To analyze the performance of both the mathematical model as its physical consistency (especially during solidification) and the subroutines developed for the calculation of solidification, numerical cases are performed. One three dimensional main case is performed to validate the physical consistency of solidification and fusion. A numerical grid is made for the case (Figure 7) that have two inlets for cold and hot air and two outlets, and one injection of discrete phase (1.2 millimeters in diameter) in top of the tower, which has 60 meters in height and 2 by 2 meters in base. The case is configured so that the droplets are cooled to solidify, and then heated to fuse where cold air enters in the upper inlet of Figure 7 and directed to the top of the tower, and the lower inlet has hot air which is directed to the bottom of the tower.

Figure 7 - Numerical grid to test solidification followed by fusion.

In Figure 8 it can be noted that, initially, the droplet analyzed is only cooled. Then, the solidification starts, and the solid thickness starts to grow until a maximum value and then, due to the heating of the droplet, fusion starts, and solid thickness starts to decrease until zero, so the droplet it is fully liquid again at the end of the tower. The Figure 9 shows the liquid diameter inside the droplet, which starts constant during the cooling, decrease during solidification, increases during fusion, and ends constant again.

Figure 8 - Solid thickness evolution through tower height.

Figure 9 - Liquid diameter inside the droplet through the tower height.

In Figure 10, the coefficient initially decreases due to the velocity reduction when the droplet is injected in the tower (during cooling period). In solidification period, it decreases due to the formation of the solid thickness, which produces a conductivity resistance to the heat transfer and in fusion period, it stars to increase due to disappearance of the solid thickness. Finally it becomes constant, because in this period there is only convective resistance, which became constant because the particle has reached its terminal velocity. Figure 11 shows the temperature behavior of the droplet/particle.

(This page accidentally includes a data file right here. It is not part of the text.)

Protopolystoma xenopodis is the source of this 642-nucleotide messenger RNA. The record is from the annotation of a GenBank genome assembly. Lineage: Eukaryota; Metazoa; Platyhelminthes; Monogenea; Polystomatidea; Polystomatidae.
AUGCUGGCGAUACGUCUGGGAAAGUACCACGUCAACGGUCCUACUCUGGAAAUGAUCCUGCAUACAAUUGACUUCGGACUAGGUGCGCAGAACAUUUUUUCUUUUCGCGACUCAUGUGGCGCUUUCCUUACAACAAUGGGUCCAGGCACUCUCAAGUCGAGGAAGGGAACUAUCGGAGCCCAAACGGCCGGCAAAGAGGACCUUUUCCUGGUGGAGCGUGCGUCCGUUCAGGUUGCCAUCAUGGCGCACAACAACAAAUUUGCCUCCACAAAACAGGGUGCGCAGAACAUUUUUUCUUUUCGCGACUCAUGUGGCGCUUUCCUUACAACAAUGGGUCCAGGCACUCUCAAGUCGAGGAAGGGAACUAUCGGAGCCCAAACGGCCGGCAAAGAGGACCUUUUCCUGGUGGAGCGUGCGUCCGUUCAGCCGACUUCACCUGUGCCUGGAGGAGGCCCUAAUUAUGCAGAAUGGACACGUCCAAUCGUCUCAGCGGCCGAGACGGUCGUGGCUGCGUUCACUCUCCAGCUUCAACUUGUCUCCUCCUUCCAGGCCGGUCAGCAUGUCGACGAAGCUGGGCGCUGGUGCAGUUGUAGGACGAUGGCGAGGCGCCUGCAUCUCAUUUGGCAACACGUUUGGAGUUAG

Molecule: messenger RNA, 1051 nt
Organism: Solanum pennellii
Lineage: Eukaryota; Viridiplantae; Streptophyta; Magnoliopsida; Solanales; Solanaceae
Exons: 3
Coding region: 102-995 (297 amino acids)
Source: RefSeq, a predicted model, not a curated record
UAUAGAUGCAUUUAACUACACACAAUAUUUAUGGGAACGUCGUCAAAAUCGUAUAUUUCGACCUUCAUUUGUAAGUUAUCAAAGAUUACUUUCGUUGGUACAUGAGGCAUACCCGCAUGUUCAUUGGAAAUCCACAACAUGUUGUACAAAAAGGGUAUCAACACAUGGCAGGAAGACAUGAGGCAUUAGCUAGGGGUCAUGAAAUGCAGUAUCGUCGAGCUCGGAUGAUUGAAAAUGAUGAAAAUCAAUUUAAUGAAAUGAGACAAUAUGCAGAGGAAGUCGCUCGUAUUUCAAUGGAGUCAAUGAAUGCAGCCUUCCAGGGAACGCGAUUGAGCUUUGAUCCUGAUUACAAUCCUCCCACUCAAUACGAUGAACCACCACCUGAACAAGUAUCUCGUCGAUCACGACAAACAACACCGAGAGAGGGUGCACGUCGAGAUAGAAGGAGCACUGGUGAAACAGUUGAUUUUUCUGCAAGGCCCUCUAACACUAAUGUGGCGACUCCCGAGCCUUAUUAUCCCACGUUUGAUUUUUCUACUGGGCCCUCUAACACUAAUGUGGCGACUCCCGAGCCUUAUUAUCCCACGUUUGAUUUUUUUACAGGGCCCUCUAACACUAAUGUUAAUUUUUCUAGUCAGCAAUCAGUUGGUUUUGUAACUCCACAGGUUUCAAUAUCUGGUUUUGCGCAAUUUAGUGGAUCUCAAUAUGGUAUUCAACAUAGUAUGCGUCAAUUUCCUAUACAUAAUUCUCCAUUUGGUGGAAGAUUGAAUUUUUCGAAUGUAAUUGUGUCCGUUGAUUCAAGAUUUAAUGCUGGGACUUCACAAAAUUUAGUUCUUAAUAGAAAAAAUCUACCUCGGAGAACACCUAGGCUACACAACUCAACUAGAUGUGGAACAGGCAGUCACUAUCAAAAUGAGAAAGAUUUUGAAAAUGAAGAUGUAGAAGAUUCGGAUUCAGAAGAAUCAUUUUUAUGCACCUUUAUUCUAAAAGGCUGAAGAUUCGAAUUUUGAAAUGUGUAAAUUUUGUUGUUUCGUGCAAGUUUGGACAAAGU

Figure 10 - Overall Heat Transfer Coefficient through tower height.

Figure 11 - Particle temperature through tower height.

  4           CONCLUSIONS

A three dimensional simulation was carried out to prove physical consistency of the model. The results showed that the model is able to predict the solidification and fusion phenomena and has physical consistency. Now the model can be applied to an industrial case and compared with experimental data and previous works.


ANSYS. Ansys fluent user's guide. Canonsburg, 2010.

ANSYS. Ansys fluent UDF manual. Canonsburg, 2010.

BRODKEY, R. S.; HERSHEY, H. C. Transport Phenomena: a unified approach. New York: McGraw-Hill, 1988

MALISKA, C. R. Transferência de Calor e Mecânica dos Fluidos Computacional. Rio de Janeiro: LTC, 1995.

MEIER, H. F.. Introdução à Turbulência em Escoamentos Multifásicos. In: S. S. Mansur; E. D. R. Vieira; A. S. Neto. (Org.). Turbulência. 1 ed. Rio de Janeiro: Associação Brasileira de Engenharia e Ciências Mecânicas, 2010, v. 7, p. 95-165.

WILCOX, D. C. Turbulence Modeling for CFD. 2. ed. La Cañada: DCW Industries, 1994.

YUAN, Wu; CHUANPING, Bao; YUXIN, Zhou. An innovated tower-fluidized bed prilling process. Chinese Journal Of Chemical Engineering, Wuhan, p. 424-428. jun. 2007.


Extended Abstract: File Uploaded
See more of this Session: Agglomeration and Granulation Processes
See more of this Group/Topical: Particle Technology Forum